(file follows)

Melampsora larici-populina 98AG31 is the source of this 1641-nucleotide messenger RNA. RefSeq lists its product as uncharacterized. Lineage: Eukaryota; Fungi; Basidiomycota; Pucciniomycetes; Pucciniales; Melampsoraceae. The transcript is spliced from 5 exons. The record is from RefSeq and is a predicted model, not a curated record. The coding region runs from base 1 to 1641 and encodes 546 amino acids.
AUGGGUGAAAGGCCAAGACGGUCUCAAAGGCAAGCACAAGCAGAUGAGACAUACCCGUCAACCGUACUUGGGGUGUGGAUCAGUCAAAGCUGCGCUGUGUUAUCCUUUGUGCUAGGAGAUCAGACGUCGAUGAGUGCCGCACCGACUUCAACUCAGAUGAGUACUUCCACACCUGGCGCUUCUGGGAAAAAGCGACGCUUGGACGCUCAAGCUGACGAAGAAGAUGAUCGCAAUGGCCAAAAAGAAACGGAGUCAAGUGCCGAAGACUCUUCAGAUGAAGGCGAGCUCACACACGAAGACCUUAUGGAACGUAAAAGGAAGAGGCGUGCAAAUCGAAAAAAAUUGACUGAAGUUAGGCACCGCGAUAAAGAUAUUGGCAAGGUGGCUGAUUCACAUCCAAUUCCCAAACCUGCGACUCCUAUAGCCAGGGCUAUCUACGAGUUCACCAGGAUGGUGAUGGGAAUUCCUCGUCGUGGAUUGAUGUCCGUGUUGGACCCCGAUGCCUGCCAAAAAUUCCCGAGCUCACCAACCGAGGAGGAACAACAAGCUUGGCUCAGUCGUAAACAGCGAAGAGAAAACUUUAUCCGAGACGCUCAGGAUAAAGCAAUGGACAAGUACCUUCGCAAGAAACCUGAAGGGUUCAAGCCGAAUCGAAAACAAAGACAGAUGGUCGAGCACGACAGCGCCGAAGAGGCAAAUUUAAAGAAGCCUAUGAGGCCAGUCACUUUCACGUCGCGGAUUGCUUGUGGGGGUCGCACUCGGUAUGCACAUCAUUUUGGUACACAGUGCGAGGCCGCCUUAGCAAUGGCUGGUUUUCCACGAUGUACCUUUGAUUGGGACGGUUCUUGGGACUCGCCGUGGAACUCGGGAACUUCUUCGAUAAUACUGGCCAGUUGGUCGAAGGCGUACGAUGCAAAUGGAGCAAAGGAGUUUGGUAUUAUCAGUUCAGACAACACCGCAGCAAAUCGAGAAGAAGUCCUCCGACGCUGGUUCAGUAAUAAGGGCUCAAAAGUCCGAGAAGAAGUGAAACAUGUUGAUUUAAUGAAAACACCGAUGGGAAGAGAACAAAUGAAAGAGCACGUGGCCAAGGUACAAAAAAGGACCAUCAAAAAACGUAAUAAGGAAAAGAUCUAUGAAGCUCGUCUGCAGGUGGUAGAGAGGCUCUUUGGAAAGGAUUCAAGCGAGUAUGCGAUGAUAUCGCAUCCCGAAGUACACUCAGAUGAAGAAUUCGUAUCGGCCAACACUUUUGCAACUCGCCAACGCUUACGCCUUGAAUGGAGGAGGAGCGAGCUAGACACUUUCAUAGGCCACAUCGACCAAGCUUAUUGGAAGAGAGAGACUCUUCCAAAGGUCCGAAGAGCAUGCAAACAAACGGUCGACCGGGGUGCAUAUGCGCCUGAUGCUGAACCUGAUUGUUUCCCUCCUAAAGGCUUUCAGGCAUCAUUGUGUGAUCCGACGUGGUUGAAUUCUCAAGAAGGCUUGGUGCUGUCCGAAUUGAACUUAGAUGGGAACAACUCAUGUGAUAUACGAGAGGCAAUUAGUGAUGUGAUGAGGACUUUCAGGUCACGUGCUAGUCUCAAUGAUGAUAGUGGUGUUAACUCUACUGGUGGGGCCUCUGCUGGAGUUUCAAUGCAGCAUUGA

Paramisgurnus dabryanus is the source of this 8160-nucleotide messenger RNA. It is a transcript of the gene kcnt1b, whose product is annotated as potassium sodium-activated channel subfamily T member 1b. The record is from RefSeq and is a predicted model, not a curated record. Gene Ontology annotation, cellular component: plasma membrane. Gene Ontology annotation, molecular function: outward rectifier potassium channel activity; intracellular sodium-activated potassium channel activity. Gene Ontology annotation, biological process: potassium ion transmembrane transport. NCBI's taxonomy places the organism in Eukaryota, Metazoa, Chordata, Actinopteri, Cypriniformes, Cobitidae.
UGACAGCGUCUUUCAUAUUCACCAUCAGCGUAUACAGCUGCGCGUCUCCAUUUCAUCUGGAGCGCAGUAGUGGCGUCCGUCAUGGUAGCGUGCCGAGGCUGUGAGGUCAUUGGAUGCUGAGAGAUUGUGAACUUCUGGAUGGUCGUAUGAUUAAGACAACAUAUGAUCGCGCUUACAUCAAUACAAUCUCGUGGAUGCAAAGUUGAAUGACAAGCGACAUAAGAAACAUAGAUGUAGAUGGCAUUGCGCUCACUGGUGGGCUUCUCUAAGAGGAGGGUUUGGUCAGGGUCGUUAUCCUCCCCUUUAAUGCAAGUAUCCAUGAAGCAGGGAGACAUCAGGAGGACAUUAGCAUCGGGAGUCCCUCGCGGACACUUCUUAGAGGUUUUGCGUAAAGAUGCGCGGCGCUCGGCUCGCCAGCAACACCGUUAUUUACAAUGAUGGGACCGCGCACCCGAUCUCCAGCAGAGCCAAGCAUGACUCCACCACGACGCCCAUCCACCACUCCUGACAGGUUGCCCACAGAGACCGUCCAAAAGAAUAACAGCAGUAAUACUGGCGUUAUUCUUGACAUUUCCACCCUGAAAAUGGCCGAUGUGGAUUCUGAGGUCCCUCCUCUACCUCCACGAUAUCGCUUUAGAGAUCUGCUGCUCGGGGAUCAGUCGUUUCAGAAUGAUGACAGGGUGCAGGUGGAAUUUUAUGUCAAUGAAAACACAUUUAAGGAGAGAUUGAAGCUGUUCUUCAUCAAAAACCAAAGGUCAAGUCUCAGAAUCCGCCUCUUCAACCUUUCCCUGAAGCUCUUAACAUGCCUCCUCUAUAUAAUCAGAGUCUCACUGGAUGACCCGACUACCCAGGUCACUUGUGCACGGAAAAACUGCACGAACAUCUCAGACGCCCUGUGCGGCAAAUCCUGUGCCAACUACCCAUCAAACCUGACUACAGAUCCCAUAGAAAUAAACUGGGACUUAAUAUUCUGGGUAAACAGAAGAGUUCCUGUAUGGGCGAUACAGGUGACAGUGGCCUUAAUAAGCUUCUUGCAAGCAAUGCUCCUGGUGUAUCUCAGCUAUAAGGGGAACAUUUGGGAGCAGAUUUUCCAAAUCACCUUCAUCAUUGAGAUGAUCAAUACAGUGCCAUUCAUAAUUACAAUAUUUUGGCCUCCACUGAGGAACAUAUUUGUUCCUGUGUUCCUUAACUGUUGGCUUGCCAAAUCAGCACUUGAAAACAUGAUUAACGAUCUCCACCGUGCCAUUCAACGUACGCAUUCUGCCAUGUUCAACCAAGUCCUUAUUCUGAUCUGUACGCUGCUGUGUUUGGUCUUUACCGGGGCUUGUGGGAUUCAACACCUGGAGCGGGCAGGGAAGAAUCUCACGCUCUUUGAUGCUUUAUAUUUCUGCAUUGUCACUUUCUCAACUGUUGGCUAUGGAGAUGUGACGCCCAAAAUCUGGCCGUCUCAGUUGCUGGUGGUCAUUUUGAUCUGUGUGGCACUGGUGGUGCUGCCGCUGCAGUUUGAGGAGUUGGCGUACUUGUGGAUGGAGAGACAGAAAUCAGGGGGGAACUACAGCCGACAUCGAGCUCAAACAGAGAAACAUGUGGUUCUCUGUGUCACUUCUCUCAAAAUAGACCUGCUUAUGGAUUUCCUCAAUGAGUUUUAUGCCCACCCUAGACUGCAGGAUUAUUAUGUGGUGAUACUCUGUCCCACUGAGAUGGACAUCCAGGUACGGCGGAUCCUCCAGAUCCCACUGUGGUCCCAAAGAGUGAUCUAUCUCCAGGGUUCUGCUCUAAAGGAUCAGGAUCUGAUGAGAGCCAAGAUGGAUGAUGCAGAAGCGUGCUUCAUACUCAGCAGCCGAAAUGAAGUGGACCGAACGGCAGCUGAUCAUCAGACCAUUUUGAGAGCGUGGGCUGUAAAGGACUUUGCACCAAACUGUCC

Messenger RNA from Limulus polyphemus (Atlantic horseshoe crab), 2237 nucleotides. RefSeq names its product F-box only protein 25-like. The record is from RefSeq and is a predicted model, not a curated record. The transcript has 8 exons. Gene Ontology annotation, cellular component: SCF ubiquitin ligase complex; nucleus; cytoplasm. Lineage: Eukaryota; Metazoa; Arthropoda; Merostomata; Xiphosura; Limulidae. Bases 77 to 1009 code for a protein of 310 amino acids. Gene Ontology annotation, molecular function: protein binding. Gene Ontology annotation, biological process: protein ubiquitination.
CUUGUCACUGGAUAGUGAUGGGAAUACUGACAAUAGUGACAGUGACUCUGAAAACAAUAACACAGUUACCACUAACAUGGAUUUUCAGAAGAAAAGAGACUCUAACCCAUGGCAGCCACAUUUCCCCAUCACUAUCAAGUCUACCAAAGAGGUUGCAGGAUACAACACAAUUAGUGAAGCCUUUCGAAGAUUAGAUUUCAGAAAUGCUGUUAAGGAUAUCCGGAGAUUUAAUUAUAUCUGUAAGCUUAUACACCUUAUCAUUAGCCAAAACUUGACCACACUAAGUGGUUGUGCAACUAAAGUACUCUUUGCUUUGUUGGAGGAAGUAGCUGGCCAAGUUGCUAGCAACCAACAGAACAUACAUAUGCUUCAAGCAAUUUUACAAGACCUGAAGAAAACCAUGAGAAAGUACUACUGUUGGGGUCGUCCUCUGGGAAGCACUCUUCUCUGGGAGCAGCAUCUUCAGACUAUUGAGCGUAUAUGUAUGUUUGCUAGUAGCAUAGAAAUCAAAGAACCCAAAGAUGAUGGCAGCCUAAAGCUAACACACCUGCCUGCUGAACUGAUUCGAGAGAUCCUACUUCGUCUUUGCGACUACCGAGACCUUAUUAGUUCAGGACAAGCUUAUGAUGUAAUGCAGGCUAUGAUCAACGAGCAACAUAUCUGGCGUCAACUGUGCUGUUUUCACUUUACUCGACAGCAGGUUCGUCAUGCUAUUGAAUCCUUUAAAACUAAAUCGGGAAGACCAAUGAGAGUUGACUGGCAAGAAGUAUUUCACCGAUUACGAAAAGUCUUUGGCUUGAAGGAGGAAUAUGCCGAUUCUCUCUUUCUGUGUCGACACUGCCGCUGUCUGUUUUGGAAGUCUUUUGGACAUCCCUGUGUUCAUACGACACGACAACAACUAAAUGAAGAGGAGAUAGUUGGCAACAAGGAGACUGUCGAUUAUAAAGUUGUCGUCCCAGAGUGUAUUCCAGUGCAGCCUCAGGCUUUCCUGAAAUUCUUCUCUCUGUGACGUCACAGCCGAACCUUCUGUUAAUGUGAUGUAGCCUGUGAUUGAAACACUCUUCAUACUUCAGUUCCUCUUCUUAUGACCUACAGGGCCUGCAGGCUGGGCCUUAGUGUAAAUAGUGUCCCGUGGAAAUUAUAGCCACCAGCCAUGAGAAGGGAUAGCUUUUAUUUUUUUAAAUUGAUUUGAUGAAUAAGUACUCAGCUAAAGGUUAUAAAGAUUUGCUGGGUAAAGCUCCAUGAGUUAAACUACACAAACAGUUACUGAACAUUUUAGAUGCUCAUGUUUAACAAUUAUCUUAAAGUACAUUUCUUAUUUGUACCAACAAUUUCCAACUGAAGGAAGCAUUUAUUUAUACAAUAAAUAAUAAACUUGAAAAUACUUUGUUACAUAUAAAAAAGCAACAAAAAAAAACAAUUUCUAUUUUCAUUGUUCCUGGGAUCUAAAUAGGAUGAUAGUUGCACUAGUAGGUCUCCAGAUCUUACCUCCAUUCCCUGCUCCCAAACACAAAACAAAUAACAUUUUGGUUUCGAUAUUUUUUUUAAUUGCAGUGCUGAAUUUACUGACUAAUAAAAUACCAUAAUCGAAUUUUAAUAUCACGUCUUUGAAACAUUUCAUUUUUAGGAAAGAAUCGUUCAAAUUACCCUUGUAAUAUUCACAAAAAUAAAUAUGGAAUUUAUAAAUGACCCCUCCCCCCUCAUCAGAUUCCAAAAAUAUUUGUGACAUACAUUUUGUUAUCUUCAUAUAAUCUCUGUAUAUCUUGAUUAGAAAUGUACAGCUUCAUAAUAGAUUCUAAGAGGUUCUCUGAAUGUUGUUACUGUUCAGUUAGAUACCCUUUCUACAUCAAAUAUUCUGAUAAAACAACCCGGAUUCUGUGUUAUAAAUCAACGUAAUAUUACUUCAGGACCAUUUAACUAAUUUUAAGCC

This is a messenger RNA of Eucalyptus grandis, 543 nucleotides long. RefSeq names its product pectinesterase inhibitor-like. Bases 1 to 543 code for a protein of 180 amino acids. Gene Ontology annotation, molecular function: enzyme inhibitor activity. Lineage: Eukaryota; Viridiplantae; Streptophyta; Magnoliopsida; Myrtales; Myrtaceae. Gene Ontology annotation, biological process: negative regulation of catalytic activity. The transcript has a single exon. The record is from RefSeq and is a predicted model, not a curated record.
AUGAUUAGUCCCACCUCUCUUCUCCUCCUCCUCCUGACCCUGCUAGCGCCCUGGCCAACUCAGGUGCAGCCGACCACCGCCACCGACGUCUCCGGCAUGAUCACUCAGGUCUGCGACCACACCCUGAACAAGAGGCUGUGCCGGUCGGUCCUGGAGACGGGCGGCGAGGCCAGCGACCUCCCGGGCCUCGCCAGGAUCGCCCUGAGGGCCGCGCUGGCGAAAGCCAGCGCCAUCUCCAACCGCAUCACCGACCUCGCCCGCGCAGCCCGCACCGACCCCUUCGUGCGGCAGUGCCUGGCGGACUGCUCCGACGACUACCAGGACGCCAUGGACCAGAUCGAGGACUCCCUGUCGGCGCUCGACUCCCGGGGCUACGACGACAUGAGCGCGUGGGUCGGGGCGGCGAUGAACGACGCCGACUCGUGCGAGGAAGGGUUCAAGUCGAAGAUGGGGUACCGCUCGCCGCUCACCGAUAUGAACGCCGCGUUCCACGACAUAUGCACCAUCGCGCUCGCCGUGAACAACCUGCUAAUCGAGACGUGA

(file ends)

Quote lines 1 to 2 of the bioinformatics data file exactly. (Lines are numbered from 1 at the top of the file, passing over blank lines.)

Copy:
Melampsora larici-populina 98AG31 is the source of this 1641-nucleotide messenger RNA. RefSeq lists its product as uncharacterized. Lineage: Eukaryota; Fungi; Basidiomycota; Pucciniomycetes; Pucciniales; Melampsoraceae. The transcript is spliced from 5 exons. The record is from RefSeq and is a predicted model, not a curated record. The coding region runs from base 1 to 1641 and encodes 546 amino acids.
AUGGGUGAAAGGCCAAGACGGUCUCAAAGGCAAGCACAAGCAGAUGAGACAUACCCGUCAACCGUACUUGGGGUGUGGAUCAGUCAAAGCUGCGCUGUGUUAUCCUUUGUGCUAGGAGAUCAGACGUCGAUGAGUGCCGCACCGACUUCAACUCAGAUGAGUACUUCCACACCUGGCGCUUCUGGGAAAAAGCGACGCUUGGACGCUCAAGCUGACGAAGAAGAUGAUCGCAAUGGCCAAAAAGAAACGGAGUCAAGUGCCGAAGACUCUUCAGAUGAAGGCGAGCUCACACACGAAGACCUUAUGGAACGUAAAAGGAAGAGGCGUGCAAAUCGAAAAAAAUUGACUGAAGUUAGGCACCGCGAUAAAGAUAUUGGCAAGGUGGCUGAUUCACAUCCAAUUCCCAAACCUGCGACUCCUAUAGCCAGGGCUAUCUACGAGUUCACCAGGAUGGUGAUGGGAAUUCCUCGUCGUGGAUUGAUGUCCGUGUUGGACCCCGAUGCCUGCCAAAAAUUCCCGAGCUCACCAACCGAGGAGGAACAACAAGCUUGGCUCAGUCGUAAACAGCGAAGAGAAAACUUUAUCCGAGACGCUCAGGAUAAAGCAAUGGACAAGUACCUUCGCAAGAAACCUGAAGGGUUCAAGCCGAAUCGAAAACAAAGACAGAUGGUCGAGCACGACAGCGCCGAAGAGGCAAAUUUAAAGAAGCCUAUGAGGCCAGUCACUUUCACGUCGCGGAUUGCUUGUGGGGGUCGCACUCGGUAUGCACAUCAUUUUGGUACACAGUGCGAGGCCGCCUUAGCAAUGGCUGGUUUUCCACGAUGUACCUUUGAUUGGGACGGUUCUUGGGACUCGCCGUGGAACUCGGGAACUUCUUCGAUAAUACUGGCCAGUUGGUCGAAGGCGUACGAUGCAAAUGGAGCAAAGGAGUUUGGUAUUAUCAGUUCAGACAACACCGCAGCAAAUCGAGAAGAAGUCCUCCGACGCUGGUUCAGUAAUAAGGGCUCAAAAGUCCGAGAAGAAGUGAAACAUGUUGAUUUAAUGAAAACACCGAUGGGAAGAGAACAAAUGAAAGAGCACGUGGCCAAGGUACAAAAAAGGACCAUCAAAAAACGUAAUAAGGAAAAGAUCUAUGAAGCUCGUCUGCAGGUGGUAGAGAGGCUCUUUGGAAAGGAUUCAAGCGAGUAUGCGAUGAUAUCGCAUCCCGAAGUACACUCAGAUGAAGAAUUCGUAUCGGCCAACACUUUUGCAACUCGCCAACGCUUACGCCUUGAAUGGAGGAGGAGCGAGCUAGACACUUUCAUAGGCCACAUCGACCAAGCUUAUUGGAAGAGAGAGACUCUUCCAAAGGUCCGAAGAGCAUGCAAACAAACGGUCGACCGGGGUGCAUAUGCGCCUGAUGCUGAACCUGAUUGUUUCCCUCCUAAAGGCUUUCAGGCAUCAUUGUGUGAUCCGACGUGGUUGAAUUCUCAAGAAGGCUUGGUGCUGUCCGAAUUGAACUUAGAUGGGAACAACUCAUGUGAUAUACGAGAGGCAAUUAGUGAUGUGAUGAGGACUUUCAGGUCACGUGCUAGUCUCAAUGAUGAUAGUGGUGUUAACUCUACUGGUGGGGCCUCUGCUGGAGUUUCAAUGCAGCAUUGA